A Leg to Stand On Test | Mid-Book Test - Medium

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This test consists of 5 multiple choice questions, 5 short answer questions, and 10 short essay questions.

Multiple Choice Questions

1. What did Sacks experience with the father and son, which he had not experienced all day?
(a) Laughter.
(b) Inhibitions.
(c) Anger.
(d) Fear.

2. Why did Sacks dedicate his book to Luria?
(a) Because Luria's book deeply changed his view of neurological illnesses.
(b) Because Luria was a mentor during medical school.
(c) Because Luria led him out of the darkness.
(d) Because Luria pioneered a deeper, revolutionary medicine.

3. What was the first exercise that Sacks tried to do with the physiotherapist?
(a) Lift his leg.
(b) Tense up his quadriceps.
(c) Swing his leg to the left.
(d) Bend his knee.

4. What was the name of the physiotherapist?
(a) Miss Blanche.
(b) Miss Prestar.
(c) Miss Preston.
(d) Mrs. Preston.

5. When was Studies in Neurology published?
(a) 1910.
(b) 1930.
(c) 1920.
(d) 1940.

Short Answer Questions

1. What was the public reaction to Sacks's first article about his leg?

2. What analogy does Sacks refer to as he draws the relationship between science and art?

3. When did Sacks write the preface to the book?

4. What was Sacks doing when he was finally able to piece together his thoughts?

5. What emotion did Sacks see several times on the unguarded face of the physiotherapist?

Short Essay Questions

1. What is anosognosis? What problem does this state present to medical researchers?

2. What paradoxical command did Sacks find while he was in Limbo? How do you think this contrasted with his previous way of living?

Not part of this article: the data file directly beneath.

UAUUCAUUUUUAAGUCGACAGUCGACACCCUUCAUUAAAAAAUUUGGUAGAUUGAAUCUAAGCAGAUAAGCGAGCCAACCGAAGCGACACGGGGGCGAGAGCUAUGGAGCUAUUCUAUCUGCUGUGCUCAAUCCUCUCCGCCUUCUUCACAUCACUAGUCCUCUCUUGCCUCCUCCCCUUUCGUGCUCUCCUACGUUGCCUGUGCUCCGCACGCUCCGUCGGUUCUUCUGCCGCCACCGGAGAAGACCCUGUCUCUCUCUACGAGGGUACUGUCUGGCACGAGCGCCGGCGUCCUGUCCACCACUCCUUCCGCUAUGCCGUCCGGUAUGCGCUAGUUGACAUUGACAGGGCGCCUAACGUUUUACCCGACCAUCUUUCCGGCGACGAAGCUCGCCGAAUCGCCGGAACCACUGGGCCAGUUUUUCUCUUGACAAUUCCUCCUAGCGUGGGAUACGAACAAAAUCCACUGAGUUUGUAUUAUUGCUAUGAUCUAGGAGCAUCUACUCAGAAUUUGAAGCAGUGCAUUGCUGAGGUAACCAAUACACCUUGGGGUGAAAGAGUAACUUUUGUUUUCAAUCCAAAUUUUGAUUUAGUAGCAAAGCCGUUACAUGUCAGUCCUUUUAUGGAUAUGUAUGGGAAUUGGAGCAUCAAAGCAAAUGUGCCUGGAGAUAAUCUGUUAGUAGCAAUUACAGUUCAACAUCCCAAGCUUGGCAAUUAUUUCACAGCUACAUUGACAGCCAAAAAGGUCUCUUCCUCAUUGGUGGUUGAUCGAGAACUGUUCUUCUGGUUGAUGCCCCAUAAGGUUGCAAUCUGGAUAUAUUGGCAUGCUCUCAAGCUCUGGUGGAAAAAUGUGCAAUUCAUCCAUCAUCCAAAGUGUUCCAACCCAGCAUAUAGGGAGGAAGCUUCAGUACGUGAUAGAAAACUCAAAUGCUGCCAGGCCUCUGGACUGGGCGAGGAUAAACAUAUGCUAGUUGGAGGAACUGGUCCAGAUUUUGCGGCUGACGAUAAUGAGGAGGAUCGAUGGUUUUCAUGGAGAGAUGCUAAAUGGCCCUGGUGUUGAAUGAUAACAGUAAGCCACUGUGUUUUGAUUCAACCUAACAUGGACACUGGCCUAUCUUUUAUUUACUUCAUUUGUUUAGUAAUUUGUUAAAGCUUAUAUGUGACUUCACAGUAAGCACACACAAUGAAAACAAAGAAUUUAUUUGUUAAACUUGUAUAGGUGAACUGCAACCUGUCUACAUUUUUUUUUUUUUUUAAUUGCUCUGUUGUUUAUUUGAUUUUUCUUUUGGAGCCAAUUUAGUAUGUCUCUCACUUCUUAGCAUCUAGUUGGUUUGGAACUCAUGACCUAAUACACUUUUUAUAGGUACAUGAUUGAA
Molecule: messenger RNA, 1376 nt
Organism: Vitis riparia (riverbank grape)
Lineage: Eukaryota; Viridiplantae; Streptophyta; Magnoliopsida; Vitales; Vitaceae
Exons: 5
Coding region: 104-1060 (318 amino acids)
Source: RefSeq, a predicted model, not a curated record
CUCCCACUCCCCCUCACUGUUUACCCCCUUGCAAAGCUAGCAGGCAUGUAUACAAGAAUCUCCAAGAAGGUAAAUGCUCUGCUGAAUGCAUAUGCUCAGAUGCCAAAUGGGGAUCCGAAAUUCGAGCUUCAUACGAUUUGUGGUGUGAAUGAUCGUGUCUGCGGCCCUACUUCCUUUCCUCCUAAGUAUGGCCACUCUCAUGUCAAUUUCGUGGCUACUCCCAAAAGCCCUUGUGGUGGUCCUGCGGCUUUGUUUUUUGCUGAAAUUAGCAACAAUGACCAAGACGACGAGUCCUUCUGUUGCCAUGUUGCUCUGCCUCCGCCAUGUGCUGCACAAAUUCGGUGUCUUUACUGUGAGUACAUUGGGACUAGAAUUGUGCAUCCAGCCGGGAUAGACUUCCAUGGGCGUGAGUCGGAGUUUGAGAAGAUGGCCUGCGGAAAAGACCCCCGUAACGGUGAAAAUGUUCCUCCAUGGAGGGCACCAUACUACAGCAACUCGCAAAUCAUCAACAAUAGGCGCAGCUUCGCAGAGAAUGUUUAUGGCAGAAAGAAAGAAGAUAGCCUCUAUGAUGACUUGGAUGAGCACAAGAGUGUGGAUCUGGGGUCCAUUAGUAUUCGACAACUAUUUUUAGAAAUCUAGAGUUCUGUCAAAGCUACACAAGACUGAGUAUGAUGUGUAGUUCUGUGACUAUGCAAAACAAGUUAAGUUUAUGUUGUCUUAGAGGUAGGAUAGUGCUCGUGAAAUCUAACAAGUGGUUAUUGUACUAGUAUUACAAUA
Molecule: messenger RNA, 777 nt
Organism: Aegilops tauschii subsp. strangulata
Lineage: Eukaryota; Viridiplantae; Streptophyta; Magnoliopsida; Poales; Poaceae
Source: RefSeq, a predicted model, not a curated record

3. Sacks discovered, to his horror, that his mental and moral boundaries had shrunk to the limits of the hospital. What does this mean? How did this differ from his mindset before the accident?

4. What timeline does Sacks establish for the development of neurology? What is still lacking from this branch of science?

5. What obvious differences existed between the injuries in Sacks's left leg and his right leg? What was the difference in their effects?

6. How did Sacks move from the world of freedom into the world of the hospital? How might this have contributed to his thought that the operation on the following day would actually be an execution?

7. Leontev and Zaporozhet's book dealt with two hundred soldiers who suffered hand injuries. What was Sacks's reaction to the book? How did it help his healing process?

8. On page 167, how is the account of this man's body-agnosia similar to Sacks'? How is it different?

9. Who visited Sacks the evening after his operation? Why does he not mention these people again?

10. How does the quote at the beginning of Chapter Four compare to Sacks's own words which begin the chapter?

(see the answer keys)

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